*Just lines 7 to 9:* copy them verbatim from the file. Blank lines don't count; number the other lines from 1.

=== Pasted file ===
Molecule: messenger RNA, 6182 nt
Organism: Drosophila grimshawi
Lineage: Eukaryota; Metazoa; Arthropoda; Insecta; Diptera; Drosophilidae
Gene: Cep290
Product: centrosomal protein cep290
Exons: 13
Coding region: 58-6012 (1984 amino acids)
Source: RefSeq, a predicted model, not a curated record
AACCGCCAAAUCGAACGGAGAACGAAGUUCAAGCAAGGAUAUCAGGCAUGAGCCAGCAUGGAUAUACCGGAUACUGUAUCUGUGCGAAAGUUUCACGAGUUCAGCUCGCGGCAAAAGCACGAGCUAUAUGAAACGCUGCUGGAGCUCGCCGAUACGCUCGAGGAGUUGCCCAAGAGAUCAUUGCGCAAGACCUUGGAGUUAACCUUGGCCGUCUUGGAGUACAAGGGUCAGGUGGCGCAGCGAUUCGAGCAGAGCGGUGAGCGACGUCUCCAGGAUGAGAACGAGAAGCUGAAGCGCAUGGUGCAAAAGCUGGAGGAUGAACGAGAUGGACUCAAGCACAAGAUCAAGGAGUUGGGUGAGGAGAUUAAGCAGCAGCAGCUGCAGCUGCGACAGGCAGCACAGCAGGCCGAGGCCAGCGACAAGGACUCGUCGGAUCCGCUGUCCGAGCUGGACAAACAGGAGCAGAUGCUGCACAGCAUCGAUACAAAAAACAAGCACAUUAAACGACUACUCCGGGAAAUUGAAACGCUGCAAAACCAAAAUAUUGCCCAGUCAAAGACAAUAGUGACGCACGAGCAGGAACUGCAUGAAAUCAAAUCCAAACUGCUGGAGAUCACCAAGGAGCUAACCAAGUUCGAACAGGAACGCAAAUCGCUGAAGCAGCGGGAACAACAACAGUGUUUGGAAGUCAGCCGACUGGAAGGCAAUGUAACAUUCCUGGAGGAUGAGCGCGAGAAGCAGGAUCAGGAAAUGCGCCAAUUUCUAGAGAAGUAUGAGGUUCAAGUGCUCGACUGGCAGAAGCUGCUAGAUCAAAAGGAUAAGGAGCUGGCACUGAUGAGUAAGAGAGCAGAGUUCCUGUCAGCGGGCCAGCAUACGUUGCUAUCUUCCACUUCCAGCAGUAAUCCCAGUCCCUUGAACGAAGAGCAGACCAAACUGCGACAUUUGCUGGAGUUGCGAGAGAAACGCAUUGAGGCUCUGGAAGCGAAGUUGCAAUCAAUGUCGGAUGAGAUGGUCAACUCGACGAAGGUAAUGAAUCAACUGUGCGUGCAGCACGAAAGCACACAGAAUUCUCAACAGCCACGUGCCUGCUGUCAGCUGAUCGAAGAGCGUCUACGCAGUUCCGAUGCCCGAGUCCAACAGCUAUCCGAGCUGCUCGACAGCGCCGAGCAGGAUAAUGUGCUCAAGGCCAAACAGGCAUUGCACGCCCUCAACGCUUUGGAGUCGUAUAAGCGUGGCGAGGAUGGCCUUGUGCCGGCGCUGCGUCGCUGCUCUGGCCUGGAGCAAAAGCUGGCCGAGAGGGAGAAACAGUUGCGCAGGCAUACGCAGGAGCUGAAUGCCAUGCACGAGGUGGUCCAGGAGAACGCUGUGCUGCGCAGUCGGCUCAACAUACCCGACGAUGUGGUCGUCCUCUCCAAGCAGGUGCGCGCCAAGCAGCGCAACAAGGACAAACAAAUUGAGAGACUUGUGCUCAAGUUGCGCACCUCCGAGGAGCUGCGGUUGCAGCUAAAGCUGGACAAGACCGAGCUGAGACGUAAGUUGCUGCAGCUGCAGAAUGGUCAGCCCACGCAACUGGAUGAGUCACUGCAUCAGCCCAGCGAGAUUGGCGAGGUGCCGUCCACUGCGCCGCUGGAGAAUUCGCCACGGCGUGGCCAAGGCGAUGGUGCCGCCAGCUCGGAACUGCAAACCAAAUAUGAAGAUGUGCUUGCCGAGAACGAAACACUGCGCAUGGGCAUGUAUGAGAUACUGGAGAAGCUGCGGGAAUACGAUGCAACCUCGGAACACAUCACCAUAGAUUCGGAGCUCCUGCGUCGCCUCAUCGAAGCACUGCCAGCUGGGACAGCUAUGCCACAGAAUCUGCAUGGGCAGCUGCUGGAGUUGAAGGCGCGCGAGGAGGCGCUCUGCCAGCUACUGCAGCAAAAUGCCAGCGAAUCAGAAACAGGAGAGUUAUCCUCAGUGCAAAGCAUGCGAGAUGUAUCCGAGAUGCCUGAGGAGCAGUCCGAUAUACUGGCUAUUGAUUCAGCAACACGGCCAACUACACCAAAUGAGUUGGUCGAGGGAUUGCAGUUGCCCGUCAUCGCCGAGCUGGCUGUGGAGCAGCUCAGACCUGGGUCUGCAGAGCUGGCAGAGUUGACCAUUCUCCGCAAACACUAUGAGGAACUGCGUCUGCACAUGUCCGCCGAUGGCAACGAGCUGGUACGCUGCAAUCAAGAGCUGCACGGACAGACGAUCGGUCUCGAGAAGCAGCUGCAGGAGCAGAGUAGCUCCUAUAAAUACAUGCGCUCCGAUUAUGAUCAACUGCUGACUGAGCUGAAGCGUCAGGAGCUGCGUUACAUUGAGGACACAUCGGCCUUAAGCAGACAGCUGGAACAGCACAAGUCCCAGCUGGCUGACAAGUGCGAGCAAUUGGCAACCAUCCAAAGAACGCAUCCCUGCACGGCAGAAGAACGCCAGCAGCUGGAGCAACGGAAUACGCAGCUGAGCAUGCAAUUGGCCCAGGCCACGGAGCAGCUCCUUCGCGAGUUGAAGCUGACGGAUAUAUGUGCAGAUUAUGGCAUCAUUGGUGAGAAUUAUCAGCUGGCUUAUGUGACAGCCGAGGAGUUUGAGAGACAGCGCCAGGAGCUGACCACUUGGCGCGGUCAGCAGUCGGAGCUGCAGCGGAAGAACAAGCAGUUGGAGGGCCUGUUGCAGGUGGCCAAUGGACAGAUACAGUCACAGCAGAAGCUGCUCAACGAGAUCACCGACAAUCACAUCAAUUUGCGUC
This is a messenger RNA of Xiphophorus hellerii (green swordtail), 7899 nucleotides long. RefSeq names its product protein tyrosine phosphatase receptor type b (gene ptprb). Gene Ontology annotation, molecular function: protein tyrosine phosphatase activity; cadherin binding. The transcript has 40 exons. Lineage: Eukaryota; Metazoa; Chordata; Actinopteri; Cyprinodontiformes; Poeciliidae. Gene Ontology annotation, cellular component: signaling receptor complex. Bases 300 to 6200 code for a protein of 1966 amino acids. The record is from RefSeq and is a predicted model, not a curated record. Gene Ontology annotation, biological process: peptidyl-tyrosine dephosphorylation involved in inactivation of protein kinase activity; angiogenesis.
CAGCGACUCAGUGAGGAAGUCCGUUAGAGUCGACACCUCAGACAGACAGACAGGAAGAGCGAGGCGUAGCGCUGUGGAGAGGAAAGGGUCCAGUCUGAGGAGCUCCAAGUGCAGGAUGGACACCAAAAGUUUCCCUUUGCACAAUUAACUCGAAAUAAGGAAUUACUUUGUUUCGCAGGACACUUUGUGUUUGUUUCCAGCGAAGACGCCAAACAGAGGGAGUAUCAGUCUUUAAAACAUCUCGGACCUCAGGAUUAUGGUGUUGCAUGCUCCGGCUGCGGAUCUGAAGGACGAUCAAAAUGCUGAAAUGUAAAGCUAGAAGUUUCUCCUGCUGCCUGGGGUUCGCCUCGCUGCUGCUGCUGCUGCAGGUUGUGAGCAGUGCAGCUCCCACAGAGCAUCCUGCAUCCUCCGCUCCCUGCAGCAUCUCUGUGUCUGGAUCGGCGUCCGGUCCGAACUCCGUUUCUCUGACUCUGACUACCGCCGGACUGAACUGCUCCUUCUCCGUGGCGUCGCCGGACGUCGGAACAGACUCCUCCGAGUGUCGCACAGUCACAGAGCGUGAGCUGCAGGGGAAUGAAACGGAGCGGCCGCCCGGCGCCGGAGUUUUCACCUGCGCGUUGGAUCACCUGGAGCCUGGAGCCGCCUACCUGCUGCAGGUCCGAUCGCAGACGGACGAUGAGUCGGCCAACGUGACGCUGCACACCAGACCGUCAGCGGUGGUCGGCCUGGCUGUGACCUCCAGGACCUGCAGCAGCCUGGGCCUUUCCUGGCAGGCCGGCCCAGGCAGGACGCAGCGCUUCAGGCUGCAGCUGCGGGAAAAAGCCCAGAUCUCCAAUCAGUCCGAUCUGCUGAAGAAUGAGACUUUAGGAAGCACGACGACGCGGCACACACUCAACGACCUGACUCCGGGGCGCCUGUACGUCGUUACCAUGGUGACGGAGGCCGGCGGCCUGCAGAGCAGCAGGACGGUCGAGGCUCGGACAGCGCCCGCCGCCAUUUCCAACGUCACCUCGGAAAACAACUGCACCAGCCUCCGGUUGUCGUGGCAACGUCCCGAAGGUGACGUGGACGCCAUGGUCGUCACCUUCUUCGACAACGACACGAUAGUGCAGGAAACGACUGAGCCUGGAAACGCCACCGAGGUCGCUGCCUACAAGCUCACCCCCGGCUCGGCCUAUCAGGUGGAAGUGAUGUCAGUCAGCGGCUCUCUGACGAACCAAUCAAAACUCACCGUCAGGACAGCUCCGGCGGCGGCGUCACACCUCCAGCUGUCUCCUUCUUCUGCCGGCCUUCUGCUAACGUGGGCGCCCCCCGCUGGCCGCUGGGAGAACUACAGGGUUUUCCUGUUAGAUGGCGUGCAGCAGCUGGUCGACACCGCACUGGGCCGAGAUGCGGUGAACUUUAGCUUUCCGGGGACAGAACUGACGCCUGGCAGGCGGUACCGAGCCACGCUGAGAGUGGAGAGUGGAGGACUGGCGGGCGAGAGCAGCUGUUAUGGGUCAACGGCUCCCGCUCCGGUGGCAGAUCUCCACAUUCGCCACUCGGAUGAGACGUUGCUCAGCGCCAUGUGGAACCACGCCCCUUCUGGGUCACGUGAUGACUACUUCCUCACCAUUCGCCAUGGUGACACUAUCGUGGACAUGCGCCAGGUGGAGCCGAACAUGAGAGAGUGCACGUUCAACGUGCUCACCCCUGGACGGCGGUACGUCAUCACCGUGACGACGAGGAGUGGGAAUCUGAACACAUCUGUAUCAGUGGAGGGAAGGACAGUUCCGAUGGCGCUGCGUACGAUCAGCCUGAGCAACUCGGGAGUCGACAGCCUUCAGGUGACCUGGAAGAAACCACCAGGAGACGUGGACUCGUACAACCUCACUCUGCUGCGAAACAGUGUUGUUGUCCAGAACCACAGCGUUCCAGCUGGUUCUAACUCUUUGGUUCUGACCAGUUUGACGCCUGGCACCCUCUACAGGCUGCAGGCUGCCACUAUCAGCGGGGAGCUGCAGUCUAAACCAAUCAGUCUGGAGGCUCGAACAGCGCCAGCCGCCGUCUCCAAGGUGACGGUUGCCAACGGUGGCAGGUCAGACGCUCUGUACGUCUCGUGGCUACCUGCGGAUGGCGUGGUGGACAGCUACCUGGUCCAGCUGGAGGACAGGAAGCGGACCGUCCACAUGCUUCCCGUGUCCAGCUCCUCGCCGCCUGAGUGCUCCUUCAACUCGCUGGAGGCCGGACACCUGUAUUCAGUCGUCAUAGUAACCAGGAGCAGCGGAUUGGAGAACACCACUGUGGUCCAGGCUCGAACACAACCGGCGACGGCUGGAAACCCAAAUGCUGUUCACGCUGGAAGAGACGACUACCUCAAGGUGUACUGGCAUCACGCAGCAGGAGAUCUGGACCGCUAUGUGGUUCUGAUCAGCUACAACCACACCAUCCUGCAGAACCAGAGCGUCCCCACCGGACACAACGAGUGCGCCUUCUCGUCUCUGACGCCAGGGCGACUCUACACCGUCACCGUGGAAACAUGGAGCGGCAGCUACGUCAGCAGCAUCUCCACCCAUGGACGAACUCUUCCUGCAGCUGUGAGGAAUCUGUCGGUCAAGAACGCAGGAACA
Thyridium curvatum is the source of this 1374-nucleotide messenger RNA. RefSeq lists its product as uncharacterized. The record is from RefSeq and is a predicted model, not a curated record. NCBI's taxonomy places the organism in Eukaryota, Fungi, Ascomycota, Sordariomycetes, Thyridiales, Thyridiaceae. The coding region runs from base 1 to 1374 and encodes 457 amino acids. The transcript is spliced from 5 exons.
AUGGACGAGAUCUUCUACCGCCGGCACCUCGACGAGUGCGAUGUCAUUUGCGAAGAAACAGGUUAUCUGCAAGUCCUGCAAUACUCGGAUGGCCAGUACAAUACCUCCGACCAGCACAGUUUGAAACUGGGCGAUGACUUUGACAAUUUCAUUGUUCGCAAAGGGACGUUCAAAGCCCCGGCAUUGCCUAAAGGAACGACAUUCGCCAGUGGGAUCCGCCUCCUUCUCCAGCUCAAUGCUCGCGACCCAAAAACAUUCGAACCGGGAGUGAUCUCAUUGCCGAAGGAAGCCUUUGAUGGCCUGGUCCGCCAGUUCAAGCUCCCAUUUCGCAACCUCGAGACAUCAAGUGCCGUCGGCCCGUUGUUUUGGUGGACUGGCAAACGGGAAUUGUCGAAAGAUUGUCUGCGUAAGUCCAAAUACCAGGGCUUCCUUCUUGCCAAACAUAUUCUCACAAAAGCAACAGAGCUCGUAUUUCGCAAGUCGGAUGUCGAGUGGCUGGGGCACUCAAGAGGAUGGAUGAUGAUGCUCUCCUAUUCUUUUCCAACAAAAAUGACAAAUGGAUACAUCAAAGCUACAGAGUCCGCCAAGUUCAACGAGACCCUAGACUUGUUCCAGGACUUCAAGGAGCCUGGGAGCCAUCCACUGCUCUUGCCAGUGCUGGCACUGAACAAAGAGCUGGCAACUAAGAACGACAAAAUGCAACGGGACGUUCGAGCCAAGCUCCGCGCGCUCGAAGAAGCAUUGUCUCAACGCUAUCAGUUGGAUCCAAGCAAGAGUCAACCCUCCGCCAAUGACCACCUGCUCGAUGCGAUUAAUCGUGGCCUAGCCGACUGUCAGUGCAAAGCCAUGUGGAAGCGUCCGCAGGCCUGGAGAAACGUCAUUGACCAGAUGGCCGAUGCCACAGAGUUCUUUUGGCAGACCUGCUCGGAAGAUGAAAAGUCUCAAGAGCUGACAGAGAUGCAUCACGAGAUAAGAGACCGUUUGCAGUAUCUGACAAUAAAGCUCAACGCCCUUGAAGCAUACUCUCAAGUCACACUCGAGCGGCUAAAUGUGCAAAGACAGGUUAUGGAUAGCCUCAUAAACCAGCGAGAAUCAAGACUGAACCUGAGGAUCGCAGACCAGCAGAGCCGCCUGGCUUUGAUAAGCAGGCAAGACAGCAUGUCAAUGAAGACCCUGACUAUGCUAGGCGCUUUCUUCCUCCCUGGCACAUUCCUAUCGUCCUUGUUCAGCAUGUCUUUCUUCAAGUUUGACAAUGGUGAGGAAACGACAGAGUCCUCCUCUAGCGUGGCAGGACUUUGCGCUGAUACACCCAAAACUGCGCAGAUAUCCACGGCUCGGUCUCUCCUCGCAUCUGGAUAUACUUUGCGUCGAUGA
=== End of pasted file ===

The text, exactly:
Coding region: 58-6012 (1984 amino acids)
Source: RefSeq, a predicted model, not a curated record
AACCGCCAAAUCGAACGGAGAACGAAGUUCAAGCAAGGAUAUCAGGCAUGAGCCAGCAUGGAUAUACCGGAUACUGUAUCUGUGCGAAAGUUUCACGAGUUCAGCUCGCGGCAAAAGCACGAGCUAUAUGAAACGCUGCUGGAGCUCGCCGAUACGCUCGAGGAGUUGCCCAAGAGAUCAUUGCGCAAGACCUUGGAGUUAACCUUGGCCGUCUUGGAGUACAAGGGUCAGGUGGCGCAGCGAUUCGAGCAGAGCGGUGAGCGACGUCUCCAGGAUGAGAACGAGAAGCUGAAGCGCAUGGUGCAAAAGCUGGAGGAUGAACGAGAUGGACUCAAGCACAAGAUCAAGGAGUUGGGUGAGGAGAUUAAGCAGCAGCAGCUGCAGCUGCGACAGGCAGCACAGCAGGCCGAGGCCAGCGACAAGGACUCGUCGGAUCCGCUGUCCGAGCUGGACAAACAGGAGCAGAUGCUGCACAGCAUCGAUACAAAAAACAAGCACAUUAAACGACUACUCCGGGAAAUUGAAACGCUGCAAAACCAAAAUAUUGCCCAGUCAAAGACAAUAGUGACGCACGAGCAGGAACUGCAUGAAAUCAAAUCCAAACUGCUGGAGAUCACCAAGGAGCUAACCAAGUUCGAACAGGAACGCAAAUCGCUGAAGCAGCGGGAACAACAACAGUGUUUGGAAGUCAGCCGACUGGAAGGCAAUGUAACAUUCCUGGAGGAUGAGCGCGAGAAGCAGGAUCAGGAAAUGCGCCAAUUUCUAGAGAAGUAUGAGGUUCAAGUGCUCGACUGGCAGAAGCUGCUAGAUCAAAAGGAUAAGGAGCUGGCACUGAUGAGUAAGAGAGCAGAGUUCCUGUCAGCGGGCCAGCAUACGUUGCUAUCUUCCACUUCCAGCAGUAAUCCCAGUCCCUUGAACGAAGAGCAGACCAAACUGCGACAUUUGCUGGAGUUGCGAGAGAAACGCAUUGAGGCUCUGGAAGCGAAGUUGCAAUCAAUGUCGGAUGAGAUGGUCAACUCGACGAAGGUAAUGAAUCAACUGUGCGUGCAGCACGAAAGCACACAGAAUUCUCAACAGCCACGUGCCUGCUGUCAGCUGAUCGAAGAGCGUCUACGCAGUUCCGAUGCCCGAGUCCAACAGCUAUCCGAGCUGCUCGACAGCGCCGAGCAGGAUAAUGUGCUCAAGGCCAAACAGGCAUUGCACGCCCUCAACGCUUUGGAGUCGUAUAAGCGUGGCGAGGAUGGCCUUGUGCCGGCGCUGCGUCGCUGCUCUGGCCUGGAGCAAAAGCUGGCCGAGAGGGAGAAACAGUUGCGCAGGCAUACGCAGGAGCUGAAUGCCAUGCACGAGGUGGUCCAGGAGAACGCUGUGCUGCGCAGUCGGCUCAACAUACCCGACGAUGUGGUCGUCCUCUCCAAGCAGGUGCGCGCCAAGCAGCGCAACAAGGACAAACAAAUUGAGAGACUUGUGCUCAAGUUGCGCACCUCCGAGGAGCUGCGGUUGCAGCUAAAGCUGGACAAGACCGAGCUGAGACGUAAGUUGCUGCAGCUGCAGAAUGGUCAGCCCACGCAACUGGAUGAGUCACUGCAUCAGCCCAGCGAGAUUGGCGAGGUGCCGUCCACUGCGCCGCUGGAGAAUUCGCCACGGCGUGGCCAAGGCGAUGGUGCCGCCAGCUCGGAACUGCAAACCAAAUAUGAAGAUGUGCUUGCCGAGAACGAAACACUGCGCAUGGGCAUGUAUGAGAUACUGGAGAAGCUGCGGGAAUACGAUGCAACCUCGGAACACAUCACCAUAGAUUCGGAGCUCCUGCGUCGCCUCAUCGAAGCACUGCCAGCUGGGACAGCUAUGCCACAGAAUCUGCAUGGGCAGCUGCUGGAGUUGAAGGCGCGCGAGGAGGCGCUCUGCCAGCUACUGCAGCAAAAUGCCAGCGAAUCAGAAACAGGAGAGUUAUCCUCAGUGCAAAGCAUGCGAGAUGUAUCCGAGAUGCCUGAGGAGCAGUCCGAUAUACUGGCUAUUGAUUCAGCAACACGGCCAACUACACCAAAUGAGUUGGUCGAGGGAUUGCAGUUGCCCGUCAUCGCCGAGCUGGCUGUGGAGCAGCUCAGACCUGGGUCUGCAGAGCUGGCAGAGUUGACCAUUCUCCGCAAACACUAUGAGGAACUGCGUCUGCACAUGUCCGCCGAUGGCAACGAGCUGGUACGCUGCAAUCAAGAGCUGCACGGACAGACGAUCGGUCUCGAGAAGCAGCUGCAGGAGCAGAGUAGCUCCUAUAAAUACAUGCGCUCCGAUUAUGAUCAACUGCUGACUGAGCUGAAGCGUCAGGAGCUGCGUUACAUUGAGGACACAUCGGCCUUAAGCAGACAGCUGGAACAGCACAAGUCCCAGCUGGCUGACAAGUGCGAGCAAUUGGCAACCAUCCAAAGAACGCAUCCCUGCACGGCAGAAGAACGCCAGCAGCUGGAGCAACGGAAUACGCAGCUGAGCAUGCAAUUGGCCCAGGCCACGGAGCAGCUCCUUCGCGAGUUGAAGCUGACGGAUAUAUGUGCAGAUUAUGGCAUCAUUGGUGAGAAUUAUCAGCUGGCUUAUGUGACAGCCGAGGAGUUUGAGAGACAGCGCCAGGAGCUGACCACUUGGCGCGGUCAGCAGUCGGAGCUGCAGCGGAAGAACAAGCAGUUGGAGGGCCUGUUGCAGGUGGCCAAUGGACAGAUACAGUCACAGCAGAAGCUGCUCAACGAGAUCACCGACAAUCACAUCAAUUUGCGUC